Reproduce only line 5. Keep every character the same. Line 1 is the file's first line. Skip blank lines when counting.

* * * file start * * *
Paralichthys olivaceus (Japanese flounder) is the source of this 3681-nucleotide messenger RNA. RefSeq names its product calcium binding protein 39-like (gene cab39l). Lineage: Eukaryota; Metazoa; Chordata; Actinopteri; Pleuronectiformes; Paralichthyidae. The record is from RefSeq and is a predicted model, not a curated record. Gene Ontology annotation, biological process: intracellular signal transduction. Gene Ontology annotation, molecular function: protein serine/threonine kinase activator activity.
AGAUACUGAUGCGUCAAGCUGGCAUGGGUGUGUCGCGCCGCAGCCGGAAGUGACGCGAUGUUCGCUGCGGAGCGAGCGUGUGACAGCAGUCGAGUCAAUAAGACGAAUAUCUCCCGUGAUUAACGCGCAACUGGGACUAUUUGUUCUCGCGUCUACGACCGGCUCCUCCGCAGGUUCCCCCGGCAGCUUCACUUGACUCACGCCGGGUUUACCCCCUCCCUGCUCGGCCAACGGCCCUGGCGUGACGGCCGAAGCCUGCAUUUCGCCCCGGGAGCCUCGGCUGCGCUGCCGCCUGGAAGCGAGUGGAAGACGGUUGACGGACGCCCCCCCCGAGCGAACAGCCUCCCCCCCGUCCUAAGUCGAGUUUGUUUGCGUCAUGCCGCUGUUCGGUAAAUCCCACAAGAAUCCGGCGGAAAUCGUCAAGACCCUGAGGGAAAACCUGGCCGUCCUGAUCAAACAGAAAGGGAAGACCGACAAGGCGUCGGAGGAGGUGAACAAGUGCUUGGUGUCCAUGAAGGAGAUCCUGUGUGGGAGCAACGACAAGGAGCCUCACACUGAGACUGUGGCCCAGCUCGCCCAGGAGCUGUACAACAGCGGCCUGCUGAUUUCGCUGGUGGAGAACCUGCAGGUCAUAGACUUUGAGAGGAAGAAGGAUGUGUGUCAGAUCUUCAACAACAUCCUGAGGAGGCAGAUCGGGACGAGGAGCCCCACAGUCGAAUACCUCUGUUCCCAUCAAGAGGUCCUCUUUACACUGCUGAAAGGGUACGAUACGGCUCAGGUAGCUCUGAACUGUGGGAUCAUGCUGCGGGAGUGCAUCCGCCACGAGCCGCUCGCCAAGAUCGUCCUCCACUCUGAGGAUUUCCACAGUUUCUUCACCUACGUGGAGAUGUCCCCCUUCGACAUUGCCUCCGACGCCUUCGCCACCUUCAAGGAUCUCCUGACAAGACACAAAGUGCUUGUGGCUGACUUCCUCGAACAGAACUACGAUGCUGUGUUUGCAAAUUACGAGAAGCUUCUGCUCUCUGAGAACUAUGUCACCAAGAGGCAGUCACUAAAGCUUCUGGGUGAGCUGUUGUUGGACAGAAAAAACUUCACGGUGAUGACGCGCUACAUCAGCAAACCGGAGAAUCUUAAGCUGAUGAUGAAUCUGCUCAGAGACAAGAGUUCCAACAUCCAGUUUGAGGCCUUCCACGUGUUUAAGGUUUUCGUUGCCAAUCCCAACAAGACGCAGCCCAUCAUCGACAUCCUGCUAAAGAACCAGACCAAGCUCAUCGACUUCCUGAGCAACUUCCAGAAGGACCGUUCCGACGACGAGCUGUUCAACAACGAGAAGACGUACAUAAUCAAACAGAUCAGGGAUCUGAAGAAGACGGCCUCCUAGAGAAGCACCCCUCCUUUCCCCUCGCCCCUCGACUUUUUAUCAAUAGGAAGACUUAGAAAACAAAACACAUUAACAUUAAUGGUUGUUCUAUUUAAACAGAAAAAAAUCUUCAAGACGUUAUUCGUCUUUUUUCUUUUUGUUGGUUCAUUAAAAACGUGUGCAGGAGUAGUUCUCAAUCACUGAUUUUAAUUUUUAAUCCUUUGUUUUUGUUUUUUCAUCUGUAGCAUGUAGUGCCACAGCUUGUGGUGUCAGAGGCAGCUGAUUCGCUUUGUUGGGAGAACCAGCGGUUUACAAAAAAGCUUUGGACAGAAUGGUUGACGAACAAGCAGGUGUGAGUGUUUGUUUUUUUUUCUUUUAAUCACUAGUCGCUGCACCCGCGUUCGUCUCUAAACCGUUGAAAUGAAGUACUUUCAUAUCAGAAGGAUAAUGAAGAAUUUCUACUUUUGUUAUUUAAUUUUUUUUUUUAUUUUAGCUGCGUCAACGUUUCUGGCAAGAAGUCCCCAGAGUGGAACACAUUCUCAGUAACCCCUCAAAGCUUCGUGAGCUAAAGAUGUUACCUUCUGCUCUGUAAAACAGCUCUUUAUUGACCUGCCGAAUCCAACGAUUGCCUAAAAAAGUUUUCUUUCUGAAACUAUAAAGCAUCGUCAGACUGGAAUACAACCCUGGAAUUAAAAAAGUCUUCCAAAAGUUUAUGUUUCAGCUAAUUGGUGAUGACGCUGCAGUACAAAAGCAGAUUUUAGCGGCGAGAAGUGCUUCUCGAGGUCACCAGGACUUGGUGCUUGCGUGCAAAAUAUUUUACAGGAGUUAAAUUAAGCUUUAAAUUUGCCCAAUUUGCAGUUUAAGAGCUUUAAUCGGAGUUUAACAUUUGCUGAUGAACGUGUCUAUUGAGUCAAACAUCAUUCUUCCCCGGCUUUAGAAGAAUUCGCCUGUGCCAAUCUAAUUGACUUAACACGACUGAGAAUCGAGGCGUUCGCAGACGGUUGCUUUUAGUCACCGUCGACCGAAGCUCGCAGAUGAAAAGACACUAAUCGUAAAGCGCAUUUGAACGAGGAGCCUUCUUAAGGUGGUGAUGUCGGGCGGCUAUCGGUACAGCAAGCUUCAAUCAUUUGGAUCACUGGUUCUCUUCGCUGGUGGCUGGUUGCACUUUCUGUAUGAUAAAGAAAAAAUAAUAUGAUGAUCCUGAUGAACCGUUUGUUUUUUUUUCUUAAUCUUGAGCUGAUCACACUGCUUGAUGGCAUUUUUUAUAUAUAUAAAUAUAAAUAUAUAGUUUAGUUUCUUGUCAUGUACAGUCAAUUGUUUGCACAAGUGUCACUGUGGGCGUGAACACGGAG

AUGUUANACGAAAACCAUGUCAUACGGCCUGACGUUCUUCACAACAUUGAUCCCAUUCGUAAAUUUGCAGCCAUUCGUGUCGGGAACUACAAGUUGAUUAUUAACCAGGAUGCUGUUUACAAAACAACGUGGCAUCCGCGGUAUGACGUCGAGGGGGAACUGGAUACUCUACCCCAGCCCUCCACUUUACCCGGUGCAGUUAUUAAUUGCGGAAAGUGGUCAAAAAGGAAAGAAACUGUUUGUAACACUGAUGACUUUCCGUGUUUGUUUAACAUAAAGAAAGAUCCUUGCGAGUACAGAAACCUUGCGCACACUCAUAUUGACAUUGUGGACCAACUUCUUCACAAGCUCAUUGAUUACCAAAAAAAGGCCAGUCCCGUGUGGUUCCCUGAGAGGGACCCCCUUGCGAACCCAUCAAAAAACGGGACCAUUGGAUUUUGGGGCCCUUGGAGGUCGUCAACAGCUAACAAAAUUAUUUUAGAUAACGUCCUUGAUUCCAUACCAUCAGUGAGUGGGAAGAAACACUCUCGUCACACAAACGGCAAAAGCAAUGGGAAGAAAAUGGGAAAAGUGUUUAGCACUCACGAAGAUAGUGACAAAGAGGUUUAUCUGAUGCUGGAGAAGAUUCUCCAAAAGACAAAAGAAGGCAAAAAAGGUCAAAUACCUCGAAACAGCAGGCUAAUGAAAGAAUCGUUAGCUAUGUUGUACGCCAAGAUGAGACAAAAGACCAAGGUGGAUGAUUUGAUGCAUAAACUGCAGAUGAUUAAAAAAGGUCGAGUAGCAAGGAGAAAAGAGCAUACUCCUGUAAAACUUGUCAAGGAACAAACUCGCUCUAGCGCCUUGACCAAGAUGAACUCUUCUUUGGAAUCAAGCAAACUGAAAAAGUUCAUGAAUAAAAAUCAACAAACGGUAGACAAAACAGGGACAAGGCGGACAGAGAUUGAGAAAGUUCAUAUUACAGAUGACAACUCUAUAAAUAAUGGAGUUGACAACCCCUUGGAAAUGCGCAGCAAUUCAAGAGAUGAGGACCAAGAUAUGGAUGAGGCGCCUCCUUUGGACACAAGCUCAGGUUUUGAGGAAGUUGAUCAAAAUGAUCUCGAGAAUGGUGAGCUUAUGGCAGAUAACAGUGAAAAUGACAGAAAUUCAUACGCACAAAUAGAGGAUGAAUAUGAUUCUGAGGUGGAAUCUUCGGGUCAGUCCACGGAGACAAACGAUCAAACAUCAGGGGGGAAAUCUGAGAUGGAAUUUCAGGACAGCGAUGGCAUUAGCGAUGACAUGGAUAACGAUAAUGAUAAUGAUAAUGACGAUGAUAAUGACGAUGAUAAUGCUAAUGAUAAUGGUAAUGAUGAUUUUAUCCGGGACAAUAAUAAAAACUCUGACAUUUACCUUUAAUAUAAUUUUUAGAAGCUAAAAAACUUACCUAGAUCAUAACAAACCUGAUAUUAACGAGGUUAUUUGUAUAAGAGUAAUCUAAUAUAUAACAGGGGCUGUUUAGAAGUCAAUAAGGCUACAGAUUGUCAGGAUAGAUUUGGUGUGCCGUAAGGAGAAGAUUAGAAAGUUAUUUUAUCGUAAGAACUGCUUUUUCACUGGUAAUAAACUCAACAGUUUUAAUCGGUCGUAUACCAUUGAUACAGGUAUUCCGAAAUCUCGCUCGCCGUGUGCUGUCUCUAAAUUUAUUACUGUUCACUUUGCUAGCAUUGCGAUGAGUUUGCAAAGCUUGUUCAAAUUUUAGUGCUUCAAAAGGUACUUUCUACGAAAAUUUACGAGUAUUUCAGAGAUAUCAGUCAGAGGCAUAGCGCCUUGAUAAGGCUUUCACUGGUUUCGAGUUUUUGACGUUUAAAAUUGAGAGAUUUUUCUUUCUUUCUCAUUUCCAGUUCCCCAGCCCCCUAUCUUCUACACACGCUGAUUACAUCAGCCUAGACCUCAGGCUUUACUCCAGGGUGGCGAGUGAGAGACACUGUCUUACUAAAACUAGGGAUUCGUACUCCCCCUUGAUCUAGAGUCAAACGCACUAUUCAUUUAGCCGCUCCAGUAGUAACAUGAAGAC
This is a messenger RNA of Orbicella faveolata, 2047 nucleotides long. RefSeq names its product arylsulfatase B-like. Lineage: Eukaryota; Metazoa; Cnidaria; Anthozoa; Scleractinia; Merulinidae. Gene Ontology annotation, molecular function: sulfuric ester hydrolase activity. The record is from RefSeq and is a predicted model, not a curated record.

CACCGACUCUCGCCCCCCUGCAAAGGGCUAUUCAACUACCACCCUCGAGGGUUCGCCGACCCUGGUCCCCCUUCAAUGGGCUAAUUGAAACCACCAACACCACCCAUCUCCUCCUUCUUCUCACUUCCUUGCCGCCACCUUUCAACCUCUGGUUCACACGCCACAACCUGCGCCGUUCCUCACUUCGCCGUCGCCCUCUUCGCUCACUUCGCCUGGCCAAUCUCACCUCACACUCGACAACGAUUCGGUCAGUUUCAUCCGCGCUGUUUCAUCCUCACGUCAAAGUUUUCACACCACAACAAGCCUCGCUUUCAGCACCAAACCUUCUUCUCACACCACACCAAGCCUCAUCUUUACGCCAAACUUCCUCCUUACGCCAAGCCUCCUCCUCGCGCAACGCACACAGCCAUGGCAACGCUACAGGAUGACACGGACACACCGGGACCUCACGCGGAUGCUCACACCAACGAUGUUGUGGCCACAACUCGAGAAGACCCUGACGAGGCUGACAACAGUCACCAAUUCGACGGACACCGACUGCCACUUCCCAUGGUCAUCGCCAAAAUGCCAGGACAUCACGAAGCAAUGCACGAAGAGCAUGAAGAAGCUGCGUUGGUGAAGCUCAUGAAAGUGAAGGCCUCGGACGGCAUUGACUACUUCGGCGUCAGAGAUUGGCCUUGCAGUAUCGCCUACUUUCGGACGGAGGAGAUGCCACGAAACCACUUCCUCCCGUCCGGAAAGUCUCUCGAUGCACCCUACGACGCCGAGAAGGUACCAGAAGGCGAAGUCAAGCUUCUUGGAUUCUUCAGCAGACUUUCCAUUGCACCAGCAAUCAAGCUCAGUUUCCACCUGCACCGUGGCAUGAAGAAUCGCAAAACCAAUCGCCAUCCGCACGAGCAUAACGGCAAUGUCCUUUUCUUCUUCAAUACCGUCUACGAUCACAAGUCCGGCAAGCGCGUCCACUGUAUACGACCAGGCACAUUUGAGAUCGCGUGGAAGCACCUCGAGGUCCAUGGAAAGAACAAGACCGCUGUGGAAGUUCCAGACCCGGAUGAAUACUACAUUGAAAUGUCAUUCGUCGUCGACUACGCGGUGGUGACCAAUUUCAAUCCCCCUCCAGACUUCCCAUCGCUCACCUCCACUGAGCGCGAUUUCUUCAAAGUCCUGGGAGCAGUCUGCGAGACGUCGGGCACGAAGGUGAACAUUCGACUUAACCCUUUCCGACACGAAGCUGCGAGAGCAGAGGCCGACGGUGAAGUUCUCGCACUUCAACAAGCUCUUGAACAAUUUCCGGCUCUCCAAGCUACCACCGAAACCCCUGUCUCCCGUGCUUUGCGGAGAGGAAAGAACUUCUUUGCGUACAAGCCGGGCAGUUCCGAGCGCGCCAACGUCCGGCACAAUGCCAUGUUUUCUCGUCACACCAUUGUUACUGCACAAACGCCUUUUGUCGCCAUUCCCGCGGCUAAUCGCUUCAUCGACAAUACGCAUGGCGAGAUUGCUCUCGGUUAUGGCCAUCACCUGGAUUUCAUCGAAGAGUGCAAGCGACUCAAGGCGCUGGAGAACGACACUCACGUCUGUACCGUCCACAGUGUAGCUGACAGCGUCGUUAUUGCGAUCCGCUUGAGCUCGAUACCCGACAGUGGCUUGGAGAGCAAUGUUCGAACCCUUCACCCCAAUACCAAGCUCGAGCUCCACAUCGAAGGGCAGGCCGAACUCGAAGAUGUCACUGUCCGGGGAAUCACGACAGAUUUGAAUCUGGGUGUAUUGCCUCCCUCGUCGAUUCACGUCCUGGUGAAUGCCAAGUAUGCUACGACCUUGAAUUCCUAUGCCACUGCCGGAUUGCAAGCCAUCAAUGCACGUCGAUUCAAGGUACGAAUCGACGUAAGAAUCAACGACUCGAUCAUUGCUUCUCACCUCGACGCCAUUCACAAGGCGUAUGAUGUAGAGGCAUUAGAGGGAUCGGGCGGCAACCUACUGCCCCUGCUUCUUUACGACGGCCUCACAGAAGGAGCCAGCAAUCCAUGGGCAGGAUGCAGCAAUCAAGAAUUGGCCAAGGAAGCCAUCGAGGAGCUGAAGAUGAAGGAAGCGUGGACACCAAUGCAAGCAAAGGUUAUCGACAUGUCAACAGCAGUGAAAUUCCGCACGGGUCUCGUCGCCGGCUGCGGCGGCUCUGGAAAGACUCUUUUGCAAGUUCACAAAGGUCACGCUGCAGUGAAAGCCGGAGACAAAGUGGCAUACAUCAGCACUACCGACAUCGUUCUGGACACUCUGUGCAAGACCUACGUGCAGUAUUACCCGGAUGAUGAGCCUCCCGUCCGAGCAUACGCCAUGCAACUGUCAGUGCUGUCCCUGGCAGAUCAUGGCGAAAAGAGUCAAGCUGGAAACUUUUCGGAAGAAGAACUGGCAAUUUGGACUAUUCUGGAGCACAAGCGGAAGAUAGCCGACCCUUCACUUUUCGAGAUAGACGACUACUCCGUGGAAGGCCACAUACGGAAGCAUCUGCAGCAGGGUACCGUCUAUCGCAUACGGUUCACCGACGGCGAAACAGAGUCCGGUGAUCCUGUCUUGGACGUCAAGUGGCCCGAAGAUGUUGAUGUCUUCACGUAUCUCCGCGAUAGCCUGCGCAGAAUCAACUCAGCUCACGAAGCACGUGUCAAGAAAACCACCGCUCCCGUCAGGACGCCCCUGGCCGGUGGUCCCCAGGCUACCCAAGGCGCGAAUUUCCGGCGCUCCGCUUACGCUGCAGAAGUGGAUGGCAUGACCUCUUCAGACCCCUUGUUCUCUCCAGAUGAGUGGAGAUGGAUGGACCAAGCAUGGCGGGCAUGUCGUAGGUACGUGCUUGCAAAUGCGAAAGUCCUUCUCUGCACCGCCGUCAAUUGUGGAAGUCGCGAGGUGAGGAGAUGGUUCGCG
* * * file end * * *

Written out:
CACCGACUCUCGCCCCCCUGCAAAGGGCUAUUCAACUACCACCCUCGAGGGUUCGCCGACCCUGGUCCCCCUUCAAUGGGCUAAUUGAAACCACCAACACCACCCAUCUCCUCCUUCUUCUCACUUCCUUGCCGCCACCUUUCAACCUCUGGUUCACACGCCACAACCUGCGCCGUUCCUCACUUCGCCGUCGCCCUCUUCGCUCACUUCGCCUGGCCAAUCUCACCUCACACUCGACAACGAUUCGGUCAGUUUCAUCCGCGCUGUUUCAUCCUCACGUCAAAGUUUUCACACCACAACAAGCCUCGCUUUCAGCACCAAACCUUCUUCUCACACCACACCAAGCCUCAUCUUUACGCCAAACUUCCUCCUUACGCCAAGCCUCCUCCUCGCGCAACGCACACAGCCAUGGCAACGCUACAGGAUGACACGGACACACCGGGACCUCACGCGGAUGCUCACACCAACGAUGUUGUGGCCACAACUCGAGAAGACCCUGACGAGGCUGACAACAGUCACCAAUUCGACGGACACCGACUGCCACUUCCCAUGGUCAUCGCCAAAAUGCCAGGACAUCACGAAGCAAUGCACGAAGAGCAUGAAGAAGCUGCGUUGGUGAAGCUCAUGAAAGUGAAGGCCUCGGACGGCAUUGACUACUUCGGCGUCAGAGAUUGGCCUUGCAGUAUCGCCUACUUUCGGACGGAGGAGAUGCCACGAAACCACUUCCUCCCGUCCGGAAAGUCUCUCGAUGCACCCUACGACGCCGAGAAGGUACCAGAAGGCGAAGUCAAGCUUCUUGGAUUCUUCAGCAGACUUUCCAUUGCACCAGCAAUCAAGCUCAGUUUCCACCUGCACCGUGGCAUGAAGAAUCGCAAAACCAAUCGCCAUCCGCACGAGCAUAACGGCAAUGUCCUUUUCUUCUUCAAUACCGUCUACGAUCACAAGUCCGGCAAGCGCGUCCACUGUAUACGACCAGGCACAUUUGAGAUCGCGUGGAAGCACCUCGAGGUCCAUGGAAAGAACAAGACCGCUGUGGAAGUUCCAGACCCGGAUGAAUACUACAUUGAAAUGUCAUUCGUCGUCGACUACGCGGUGGUGACCAAUUUCAAUCCCCCUCCAGACUUCCCAUCGCUCACCUCCACUGAGCGCGAUUUCUUCAAAGUCCUGGGAGCAGUCUGCGAGACGUCGGGCACGAAGGUGAACAUUCGACUUAACCCUUUCCGACACGAAGCUGCGAGAGCAGAGGCCGACGGUGAAGUUCUCGCACUUCAACAAGCUCUUGAACAAUUUCCGGCUCUCCAAGCUACCACCGAAACCCCUGUCUCCCGUGCUUUGCGGAGAGGAAAGAACUUCUUUGCGUACAAGCCGGGCAGUUCCGAGCGCGCCAACGUCCGGCACAAUGCCAUGUUUUCUCGUCACACCAUUGUUACUGCACAAACGCCUUUUGUCGCCAUUCCCGCGGCUAAUCGCUUCAUCGACAAUACGCAUGGCGAGAUUGCUCUCGGUUAUGGCCAUCACCUGGAUUUCAUCGAAGAGUGCAAGCGACUCAAGGCGCUGGAGAACGACACUCACGUCUGUACCGUCCACAGUGUAGCUGACAGCGUCGUUAUUGCGAUCCGCUUGAGCUCGAUACCCGACAGUGGCUUGGAGAGCAAUGUUCGAACCCUUCACCCCAAUACCAAGCUCGAGCUCCACAUCGAAGGGCAGGCCGAACUCGAAGAUGUCACUGUCCGGGGAAUCACGACAGAUUUGAAUCUGGGUGUAUUGCCUCCCUCGUCGAUUCACGUCCUGGUGAAUGCCAAGUAUGCUACGACCUUGAAUUCCUAUGCCACUGCCGGAUUGCAAGCCAUCAAUGCACGUCGAUUCAAGGUACGAAUCGACGUAAGAAUCAACGACUCGAUCAUUGCUUCUCACCUCGACGCCAUUCACAAGGCGUAUGAUGUAGAGGCAUUAGAGGGAUCGGGCGGCAACCUACUGCCCCUGCUUCUUUACGACGGCCUCACAGAAGGAGCCAGCAAUCCAUGGGCAGGAUGCAGCAAUCAAGAAUUGGCCAAGGAAGCCAUCGAGGAGCUGAAGAUGAAGGAAGCGUGGACACCAAUGCAAGCAAAGGUUAUCGACAUGUCAACAGCAGUGAAAUUCCGCACGGGUCUCGUCGCCGGCUGCGGCGGCUCUGGAAAGACUCUUUUGCAAGUUCACAAAGGUCACGCUGCAGUGAAAGCCGGAGACAAAGUGGCAUACAUCAGCACUACCGACAUCGUUCUGGACACUCUGUGCAAGACCUACGUGCAGUAUUACCCGGAUGAUGAGCCUCCCGUCCGAGCAUACGCCAUGCAACUGUCAGUGCUGUCCCUGGCAGAUCAUGGCGAAAAGAGUCAAGCUGGAAACUUUUCGGAAGAAGAACUGGCAAUUUGGACUAUUCUGGAGCACAAGCGGAAGAUAGCCGACCCUUCACUUUUCGAGAUAGACGACUACUCCGUGGAAGGCCACAUACGGAAGCAUCUGCAGCAGGGUACCGUCUAUCGCAUACGGUUCACCGACGGCGAAACAGAGUCCGGUGAUCCUGUCUUGGACGUCAAGUGGCCCGAAGAUGUUGAUGUCUUCACGUAUCUCCGCGAUAGCCUGCGCAGAAUCAACUCAGCUCACGAAGCACGUGUCAAGAAAACCACCGCUCCCGUCAGGACGCCCCUGGCCGGUGGUCCCCAGGCUACCCAAGGCGCGAAUUUCCGGCGCUCCGCUUACGCUGCAGAAGUGGAUGGCAUGACCUCUUCAGACCCCUUGUUCUCUCCAGAUGAGUGGAGAUGGAUGGACCAAGCAUGGCGGGCAUGUCGUAGGUACGUGCUUGCAAAUGCGAAAGUCCUUCUCUGCACCGCCGUCAAUUGUGGAAGUCGCGAGGUGAGGAGAUGGUUCGCG